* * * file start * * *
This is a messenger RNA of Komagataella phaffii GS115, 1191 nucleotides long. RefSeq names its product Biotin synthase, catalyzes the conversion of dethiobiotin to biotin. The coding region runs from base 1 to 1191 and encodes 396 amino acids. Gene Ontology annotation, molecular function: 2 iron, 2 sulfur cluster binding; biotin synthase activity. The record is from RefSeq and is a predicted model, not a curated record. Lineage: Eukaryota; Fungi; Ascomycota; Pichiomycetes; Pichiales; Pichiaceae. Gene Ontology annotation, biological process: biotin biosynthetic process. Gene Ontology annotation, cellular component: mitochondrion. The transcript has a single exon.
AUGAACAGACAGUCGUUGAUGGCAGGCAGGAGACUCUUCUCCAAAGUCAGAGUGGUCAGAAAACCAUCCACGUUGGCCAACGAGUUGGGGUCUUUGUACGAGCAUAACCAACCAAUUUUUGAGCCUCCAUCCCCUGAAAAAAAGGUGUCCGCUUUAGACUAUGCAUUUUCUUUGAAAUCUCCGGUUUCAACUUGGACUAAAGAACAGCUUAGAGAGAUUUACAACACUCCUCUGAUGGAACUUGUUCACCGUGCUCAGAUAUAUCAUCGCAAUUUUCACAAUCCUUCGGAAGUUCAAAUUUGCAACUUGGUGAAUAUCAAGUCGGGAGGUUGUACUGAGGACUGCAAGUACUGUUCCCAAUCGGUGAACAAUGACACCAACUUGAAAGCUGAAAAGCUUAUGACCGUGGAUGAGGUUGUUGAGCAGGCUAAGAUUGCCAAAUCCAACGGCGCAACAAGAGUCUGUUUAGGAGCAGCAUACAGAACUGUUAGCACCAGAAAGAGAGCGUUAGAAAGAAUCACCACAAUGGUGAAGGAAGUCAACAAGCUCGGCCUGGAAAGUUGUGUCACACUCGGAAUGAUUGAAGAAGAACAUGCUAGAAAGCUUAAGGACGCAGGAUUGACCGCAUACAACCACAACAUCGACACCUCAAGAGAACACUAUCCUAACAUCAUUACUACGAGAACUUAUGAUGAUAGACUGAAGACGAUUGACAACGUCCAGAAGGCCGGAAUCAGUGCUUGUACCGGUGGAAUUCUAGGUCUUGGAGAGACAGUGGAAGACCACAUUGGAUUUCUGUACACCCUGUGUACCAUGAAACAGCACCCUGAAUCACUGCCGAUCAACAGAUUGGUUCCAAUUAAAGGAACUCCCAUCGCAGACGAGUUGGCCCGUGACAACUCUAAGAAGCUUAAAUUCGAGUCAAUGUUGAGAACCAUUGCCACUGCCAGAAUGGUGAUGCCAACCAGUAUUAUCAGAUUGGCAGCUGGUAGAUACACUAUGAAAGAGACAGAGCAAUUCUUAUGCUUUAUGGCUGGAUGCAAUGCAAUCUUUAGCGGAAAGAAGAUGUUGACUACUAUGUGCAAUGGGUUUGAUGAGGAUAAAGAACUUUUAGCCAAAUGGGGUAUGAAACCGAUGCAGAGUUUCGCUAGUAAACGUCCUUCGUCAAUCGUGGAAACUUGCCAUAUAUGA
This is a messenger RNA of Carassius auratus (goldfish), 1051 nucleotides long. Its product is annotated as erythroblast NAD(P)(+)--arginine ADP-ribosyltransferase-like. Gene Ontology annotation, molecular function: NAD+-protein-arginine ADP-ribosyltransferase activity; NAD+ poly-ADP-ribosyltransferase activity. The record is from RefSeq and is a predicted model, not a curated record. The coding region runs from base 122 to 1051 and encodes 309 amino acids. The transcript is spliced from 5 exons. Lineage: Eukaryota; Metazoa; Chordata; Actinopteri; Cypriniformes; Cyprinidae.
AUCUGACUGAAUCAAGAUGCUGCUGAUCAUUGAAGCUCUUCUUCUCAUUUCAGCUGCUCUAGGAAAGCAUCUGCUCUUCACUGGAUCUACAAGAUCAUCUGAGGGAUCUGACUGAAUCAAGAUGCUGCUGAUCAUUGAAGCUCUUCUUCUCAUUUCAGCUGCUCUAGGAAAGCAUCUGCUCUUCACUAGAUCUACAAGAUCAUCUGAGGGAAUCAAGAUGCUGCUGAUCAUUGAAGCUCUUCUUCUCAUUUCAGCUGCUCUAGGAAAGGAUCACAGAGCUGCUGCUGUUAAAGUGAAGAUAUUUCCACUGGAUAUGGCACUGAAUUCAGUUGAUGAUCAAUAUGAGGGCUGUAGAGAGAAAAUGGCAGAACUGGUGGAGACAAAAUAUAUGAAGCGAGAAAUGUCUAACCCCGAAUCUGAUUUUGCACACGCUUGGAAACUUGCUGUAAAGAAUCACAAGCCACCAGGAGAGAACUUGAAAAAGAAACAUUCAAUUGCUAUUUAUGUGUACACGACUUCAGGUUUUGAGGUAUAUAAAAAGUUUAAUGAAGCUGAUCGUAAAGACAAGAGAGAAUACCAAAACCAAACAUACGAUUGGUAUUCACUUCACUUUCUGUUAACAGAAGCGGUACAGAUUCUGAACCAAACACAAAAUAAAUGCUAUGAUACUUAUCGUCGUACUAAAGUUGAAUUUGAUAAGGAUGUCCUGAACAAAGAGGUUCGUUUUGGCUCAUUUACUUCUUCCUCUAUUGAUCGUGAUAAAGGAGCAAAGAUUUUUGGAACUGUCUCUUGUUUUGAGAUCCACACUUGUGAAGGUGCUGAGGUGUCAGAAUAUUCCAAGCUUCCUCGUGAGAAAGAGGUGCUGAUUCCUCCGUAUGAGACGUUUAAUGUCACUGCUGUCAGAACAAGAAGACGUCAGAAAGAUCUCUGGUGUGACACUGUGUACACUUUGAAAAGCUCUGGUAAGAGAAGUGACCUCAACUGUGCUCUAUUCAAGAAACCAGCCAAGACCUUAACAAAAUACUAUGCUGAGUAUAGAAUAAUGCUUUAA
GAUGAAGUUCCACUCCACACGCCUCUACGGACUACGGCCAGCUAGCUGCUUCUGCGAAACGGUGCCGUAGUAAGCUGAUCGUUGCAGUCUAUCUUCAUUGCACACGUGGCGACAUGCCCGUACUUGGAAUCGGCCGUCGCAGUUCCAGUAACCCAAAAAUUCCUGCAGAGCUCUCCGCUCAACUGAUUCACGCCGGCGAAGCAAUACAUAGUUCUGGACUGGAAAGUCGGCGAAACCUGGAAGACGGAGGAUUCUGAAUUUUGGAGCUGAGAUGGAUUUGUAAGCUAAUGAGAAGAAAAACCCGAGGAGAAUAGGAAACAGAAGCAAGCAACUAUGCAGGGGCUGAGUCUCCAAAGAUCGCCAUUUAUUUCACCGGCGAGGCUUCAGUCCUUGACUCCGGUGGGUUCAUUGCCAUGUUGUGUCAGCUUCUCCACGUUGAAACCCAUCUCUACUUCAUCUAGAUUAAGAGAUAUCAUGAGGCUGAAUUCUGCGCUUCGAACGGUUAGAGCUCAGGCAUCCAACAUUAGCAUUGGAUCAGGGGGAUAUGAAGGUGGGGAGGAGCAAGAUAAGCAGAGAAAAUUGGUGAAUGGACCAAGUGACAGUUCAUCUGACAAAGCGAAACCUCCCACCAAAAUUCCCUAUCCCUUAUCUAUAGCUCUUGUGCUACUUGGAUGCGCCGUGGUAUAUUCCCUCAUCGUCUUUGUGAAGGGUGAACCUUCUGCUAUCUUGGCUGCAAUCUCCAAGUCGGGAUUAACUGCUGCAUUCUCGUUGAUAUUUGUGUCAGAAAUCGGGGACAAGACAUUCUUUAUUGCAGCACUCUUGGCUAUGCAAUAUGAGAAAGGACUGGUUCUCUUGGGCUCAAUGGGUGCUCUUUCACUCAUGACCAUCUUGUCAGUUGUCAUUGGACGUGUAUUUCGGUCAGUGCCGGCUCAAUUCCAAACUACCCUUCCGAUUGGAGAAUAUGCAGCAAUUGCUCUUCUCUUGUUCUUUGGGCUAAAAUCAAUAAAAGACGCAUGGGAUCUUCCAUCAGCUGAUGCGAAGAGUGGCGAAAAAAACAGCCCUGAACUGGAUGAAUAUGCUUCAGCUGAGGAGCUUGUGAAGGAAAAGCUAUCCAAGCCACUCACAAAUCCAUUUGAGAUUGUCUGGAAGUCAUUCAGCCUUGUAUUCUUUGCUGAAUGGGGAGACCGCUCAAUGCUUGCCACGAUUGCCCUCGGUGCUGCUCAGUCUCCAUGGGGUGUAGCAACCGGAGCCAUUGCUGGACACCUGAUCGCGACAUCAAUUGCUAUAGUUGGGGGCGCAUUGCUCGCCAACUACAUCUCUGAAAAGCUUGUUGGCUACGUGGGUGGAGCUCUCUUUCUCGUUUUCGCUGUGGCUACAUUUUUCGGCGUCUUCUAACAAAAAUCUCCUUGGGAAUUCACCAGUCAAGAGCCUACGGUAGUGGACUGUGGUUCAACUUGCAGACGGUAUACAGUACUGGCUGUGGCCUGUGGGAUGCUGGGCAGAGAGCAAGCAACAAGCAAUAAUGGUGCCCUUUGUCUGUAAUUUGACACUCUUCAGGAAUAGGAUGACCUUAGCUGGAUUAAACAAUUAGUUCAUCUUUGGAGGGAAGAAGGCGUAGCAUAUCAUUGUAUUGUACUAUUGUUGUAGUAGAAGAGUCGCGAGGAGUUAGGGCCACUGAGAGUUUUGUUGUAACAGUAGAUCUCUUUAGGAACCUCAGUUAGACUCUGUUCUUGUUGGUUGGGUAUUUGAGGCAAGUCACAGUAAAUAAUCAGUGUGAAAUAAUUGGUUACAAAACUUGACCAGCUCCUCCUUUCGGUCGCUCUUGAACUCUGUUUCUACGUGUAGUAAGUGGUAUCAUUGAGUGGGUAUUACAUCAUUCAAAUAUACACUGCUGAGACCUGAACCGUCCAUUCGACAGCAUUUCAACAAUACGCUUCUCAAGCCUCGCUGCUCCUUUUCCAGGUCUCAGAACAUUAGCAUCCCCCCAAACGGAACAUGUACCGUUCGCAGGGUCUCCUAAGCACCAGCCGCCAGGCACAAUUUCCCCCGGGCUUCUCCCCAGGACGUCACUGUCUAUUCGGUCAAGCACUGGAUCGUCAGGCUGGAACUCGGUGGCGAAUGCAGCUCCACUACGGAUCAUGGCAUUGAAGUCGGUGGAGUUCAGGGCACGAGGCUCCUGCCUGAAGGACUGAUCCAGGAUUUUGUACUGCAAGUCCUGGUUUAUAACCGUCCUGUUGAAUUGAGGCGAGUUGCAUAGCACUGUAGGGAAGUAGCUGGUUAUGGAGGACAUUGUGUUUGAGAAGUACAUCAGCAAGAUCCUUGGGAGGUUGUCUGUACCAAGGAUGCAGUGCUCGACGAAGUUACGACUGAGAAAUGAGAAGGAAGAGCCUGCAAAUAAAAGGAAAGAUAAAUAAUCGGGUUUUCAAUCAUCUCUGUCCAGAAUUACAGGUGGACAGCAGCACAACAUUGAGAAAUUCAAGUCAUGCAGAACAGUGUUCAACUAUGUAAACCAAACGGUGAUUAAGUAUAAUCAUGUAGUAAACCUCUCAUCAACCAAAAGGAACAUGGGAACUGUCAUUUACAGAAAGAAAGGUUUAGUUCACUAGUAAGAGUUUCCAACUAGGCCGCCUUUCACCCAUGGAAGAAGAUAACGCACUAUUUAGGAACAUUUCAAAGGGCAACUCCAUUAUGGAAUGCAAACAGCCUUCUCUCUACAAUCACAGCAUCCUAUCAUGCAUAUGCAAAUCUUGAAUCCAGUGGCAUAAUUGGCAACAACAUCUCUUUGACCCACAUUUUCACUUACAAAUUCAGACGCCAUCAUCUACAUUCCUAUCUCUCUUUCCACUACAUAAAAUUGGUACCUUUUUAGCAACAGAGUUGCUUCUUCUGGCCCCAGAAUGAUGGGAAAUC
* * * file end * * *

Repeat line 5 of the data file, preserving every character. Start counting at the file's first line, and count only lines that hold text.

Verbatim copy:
GAUGAAGUUCCACUCCACACGCCUCUACGGACUACGGCCAGCUAGCUGCUUCUGCGAAACGGUGCCGUAGUAAGCUGAUCGUUGCAGUCUAUCUUCAUUGCACACGUGGCGACAUGCCCGUACUUGGAAUCGGCCGUCGCAGUUCCAGUAACCCAAAAAUUCCUGCAGAGCUCUCCGCUCAACUGAUUCACGCCGGCGAAGCAAUACAUAGUUCUGGACUGGAAAGUCGGCGAAACCUGGAAGACGGAGGAUUCUGAAUUUUGGAGCUGAGAUGGAUUUGUAAGCUAAUGAGAAGAAAAACCCGAGGAGAAUAGGAAACAGAAGCAAGCAACUAUGCAGGGGCUGAGUCUCCAAAGAUCGCCAUUUAUUUCACCGGCGAGGCUUCAGUCCUUGACUCCGGUGGGUUCAUUGCCAUGUUGUGUCAGCUUCUCCACGUUGAAACCCAUCUCUACUUCAUCUAGAUUAAGAGAUAUCAUGAGGCUGAAUUCUGCGCUUCGAACGGUUAGAGCUCAGGCAUCCAACAUUAGCAUUGGAUCAGGGGGAUAUGAAGGUGGGGAGGAGCAAGAUAAGCAGAGAAAAUUGGUGAAUGGACCAAGUGACAGUUCAUCUGACAAAGCGAAACCUCCCACCAAAAUUCCCUAUCCCUUAUCUAUAGCUCUUGUGCUACUUGGAUGCGCCGUGGUAUAUUCCCUCAUCGUCUUUGUGAAGGGUGAACCUUCUGCUAUCUUGGCUGCAAUCUCCAAGUCGGGAUUAACUGCUGCAUUCUCGUUGAUAUUUGUGUCAGAAAUCGGGGACAAGACAUUCUUUAUUGCAGCACUCUUGGCUAUGCAAUAUGAGAAAGGACUGGUUCUCUUGGGCUCAAUGGGUGCUCUUUCACUCAUGACCAUCUUGUCAGUUGUCAUUGGACGUGUAUUUCGGUCAGUGCCGGCUCAAUUCCAAACUACCCUUCCGAUUGGAGAAUAUGCAGCAAUUGCUCUUCUCUUGUUCUUUGGGCUAAAAUCAAUAAAAGACGCAUGGGAUCUUCCAUCAGCUGAUGCGAAGAGUGGCGAAAAAAACAGCCCUGAACUGGAUGAAUAUGCUUCAGCUGAGGAGCUUGUGAAGGAAAAGCUAUCCAAGCCACUCACAAAUCCAUUUGAGAUUGUCUGGAAGUCAUUCAGCCUUGUAUUCUUUGCUGAAUGGGGAGACCGCUCAAUGCUUGCCACGAUUGCCCUCGGUGCUGCUCAGUCUCCAUGGGGUGUAGCAACCGGAGCCAUUGCUGGACACCUGAUCGCGACAUCAAUUGCUAUAGUUGGGGGCGCAUUGCUCGCCAACUACAUCUCUGAAAAGCUUGUUGGCUACGUGGGUGGAGCUCUCUUUCUCGUUUUCGCUGUGGCUACAUUUUUCGGCGUCUUCUAACAAAAAUCUCCUUGGGAAUUCACCAGUCAAGAGCCUACGGUAGUGGACUGUGGUUCAACUUGCAGACGGUAUACAGUACUGGCUGUGGCCUGUGGGAUGCUGGGCAGAGAGCAAGCAACAAGCAAUAAUGGUGCCCUUUGUCUGUAAUUUGACACUCUUCAGGAAUAGGAUGACCUUAGCUGGAUUAAACAAUUAGUUCAUCUUUGGAGGGAAGAAGGCGUAGCAUAUCAUUGUAUUGUACUAUUGUUGUAGUAGAAGAGUCGCGAGGAGUUAGGGCCACUGAGAGUUUUGUUGUAACAGUAGAUCUCUUUAGGAACCUCAGUUAGACUCUGUUCUUGUUGGUUGGGUAUUUGAGGCAAGUCACAGUAAAUAAUCAGUGUGAAAUAAUUGGUUACAAAACUUGACCAGCUCCUCCUUUCGGUCGCUCUUGAACUCUGUUUCUACGUGUAGUAAGUGGUAUCAUUGAGUGGGUAUUACAUCAUUCAAAUAUACACUGCUGAGACCUGAACCGUCCAUUCGACAGCAUUUCAACAAUACGCUUCUCAAGCCUCGCUGCUCCUUUUCCAGGUCUCAGAACAUUAGCAUCCCCCCAAACGGAACAUGUACCGUUCGCAGGGUCUCCUAAGCACCAGCCGCCAGGCACAAUUUCCCCCGGGCUUCUCCCCAGGACGUCACUGUCUAUUCGGUCAAGCACUGGAUCGUCAGGCUGGAACUCGGUGGCGAAUGCAGCUCCACUACGGAUCAUGGCAUUGAAGUCGGUGGAGUUCAGGGCACGAGGCUCCUGCCUGAAGGACUGAUCCAGGAUUUUGUACUGCAAGUCCUGGUUUAUAACCGUCCUGUUGAAUUGAGGCGAGUUGCAUAGCACUGUAGGGAAGUAGCUGGUUAUGGAGGACAUUGUGUUUGAGAAGUACAUCAGCAAGAUCCUUGGGAGGUUGUCUGUACCAAGGAUGCAGUGCUCGACGAAGUUACGACUGAGAAAUGAGAAGGAAGAGCCUGCAAAUAAAAGGAAAGAUAAAUAAUCGGGUUUUCAAUCAUCUCUGUCCAGAAUUACAGGUGGACAGCAGCACAACAUUGAGAAAUUCAAGUCAUGCAGAACAGUGUUCAACUAUGUAAACCAAACGGUGAUUAAGUAUAAUCAUGUAGUAAACCUCUCAUCAACCAAAAGGAACAUGGGAACUGUCAUUUACAGAAAGAAAGGUUUAGUUCACUAGUAAGAGUUUCCAACUAGGCCGCCUUUCACCCAUGGAAGAAGAUAACGCACUAUUUAGGAACAUUUCAAAGGGCAACUCCAUUAUGGAAUGCAAACAGCCUUCUCUCUACAAUCACAGCAUCCUAUCAUGCAUAUGCAAAUCUUGAAUCCAGUGGCAUAAUUGGCAACAACAUCUCUUUGACCCACAUUUUCACUUACAAAUUCAGACGCCAUCAUCUACAUUCCUAUCUCUCUUUCCACUACAUAAAAUUGGUACCUUUUUAGCAACAGAGUUGCUUCUUCUGGCCCCAGAAUGAUGGGAAAUC